Because the topic of this article is somewhat intricate, it is a good idea to start with basic DAX theory reminders that will be useful later.
In DAX, these two measures are totally equivalent:
RedSalesCompact := CALCULATE ( [SalesAmount], Product[Color] = "Red" ) RedSalesExtended := CALCULATE ( [SalesAmount], FILTER ( ALL ( Product[Color] ), Product[Color] = "Red" ) )
Indeed, the compact syntax (also referred to as a Boolean filter) is translated into the extended syntax by the engine as part of the evaluation of an expression. CALCULATE filters are tables. Even though they can be written as Boolean expressions, they are always interpreted as tables.
A common practice in computing percentages is to divide a given measure by the same measure where certain filters are removed. For example, a proper expression for the percentage of sales against all colors would look like this:
PctOverAllColors := DIVIDE ( [SalesAmount], CALCULATE ( [SalesAmount], ALL ( Product[Color] ) ) )
This formula reads as follows:
ALL returns a table containing all the colors; this table represents the valid colors to be used in the new filter context of CALCULATE. Forcing all the colors to be visible is equivalent to removing any and all filters from the Color column.
This description consists of two sentences: both are wrong. This is not to say that the description is completely wrong. It is accurate most of the time, but not always. The correct description of the behavior of ALL in the PctOverColors measure above is much simpler indeed:
ALL removes any active filters from the Color column.
In the correct description there is no statement about the result of ALL – in fact, it does not return anything – and there is no equivalence between a table with all values and the removal of a filter. The reality is much simpler: filters are removed. At first sight, it looks like a very pedantic detail. However, this small difference may yield very different results when used in more complex DAX expressions.
As an example, let us consider these two measures: NumOfProducts computes the total number of products, whereas NumOfProductsSold only counts products which have been sold, by leveraging table filtering.
NumOfProducts := DISTINCTCOUNT ( Product[ProductName] ) NumOfProductsSold := CALCULATE ( [NumOfProducts], Sales )
NumOfProducts is straightforward, whereas NumOfProductsSold requires additional DAX knowledge because it is based on table expansion. Because a table is being used as a filter parameter in CALCULATE, the filter context contains all the columns of the expanded version of Sales. If you are not familiar with expanded tables, you will find additional resources in Chapter 10 of the book, The Definitive Guide to DAX.
Consider the query:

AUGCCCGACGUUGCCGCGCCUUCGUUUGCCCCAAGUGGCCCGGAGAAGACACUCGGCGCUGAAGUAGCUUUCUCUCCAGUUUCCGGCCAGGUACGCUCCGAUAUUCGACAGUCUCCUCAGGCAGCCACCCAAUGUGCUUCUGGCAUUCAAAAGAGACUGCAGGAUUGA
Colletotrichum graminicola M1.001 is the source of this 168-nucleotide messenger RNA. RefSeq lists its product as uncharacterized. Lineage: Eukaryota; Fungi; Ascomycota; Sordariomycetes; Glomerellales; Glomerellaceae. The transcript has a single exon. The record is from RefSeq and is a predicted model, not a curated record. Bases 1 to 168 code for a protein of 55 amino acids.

DEFINE MEASURE Sales[NumOfProducts] = DISTINCTCOUNT ( Product[Product Name] ) EVALUATE ROW ( "NumOfProducts", [NumOfProducts], "NumOfProductsSold", CALCULATE ( [NumOfProducts], Sales ) )
The result is:
- NumOfProducts: 2,517
- NumOfProductsSold: 1,170
In presence of a filter context, both measures restrict their calculation to the current filter context. For example, by adding an outer CALCULATETABLE that filters red products, the query becomes:
DEFINE MEASURE Sales[NumOfProducts] = DISTINCTCOUNT ( Product[Product Name] ) EVALUATE CALCULATETABLE ( ROW ( "NumOfProducts", [NumOfProducts], "NumOfProductsSold", CALCULATE ( [NumOfProducts], Sales ) ), 'Product'[Color] = "Red" )
And the result is:
- NumOfProducts: 99
- NumOfProductsSold: 51
So far, everything works exactly as expected. What happens if there is the need to compute the value in the current context against the grand total? For example, the number of red products divided by the total number of products, and the number of red products sold against the total number of products sold, producing this report:
One might author the code this way:
PercOfProducts = DIVIDE ( [NumOfProducts], -- Number of products CALCULATE ( [NumOfProducts], -- Number of products ALL ( Sales ) ) -- filtered by ALL Sales ) PercOfProductsSold = DIVIDE ( CALCULATE ( [NumOfProducts], -- Number of products Sales -- filtered by Sales ), CALCULATE ( [NumOfProducts], -- Number of products ALL ( Sales ) ) -- filtered by ALL Sales ) )
Surprisingly, this code does not produce the report above. Instead, the result looks like that:
In the PercOfProductsSold column, the percentage for red products is wrong. Here’s an explanation. First, an understanding of the subtle difference between using ALL as a filter remover and using ALL as a table function is crucial. Let us start from the beginning:
ALL is a table function that returns all the rows of a table or of a set of columns. This is the correct behavior of ALL whenever that result is actually required. In the very specific case of CALCULATE filters – and only in this specific case – ALL is not used to retrieve values from a table. Instead, ALL is used to remove filters from the filter context. Though the function name is the same, the semantics of the function is completely different.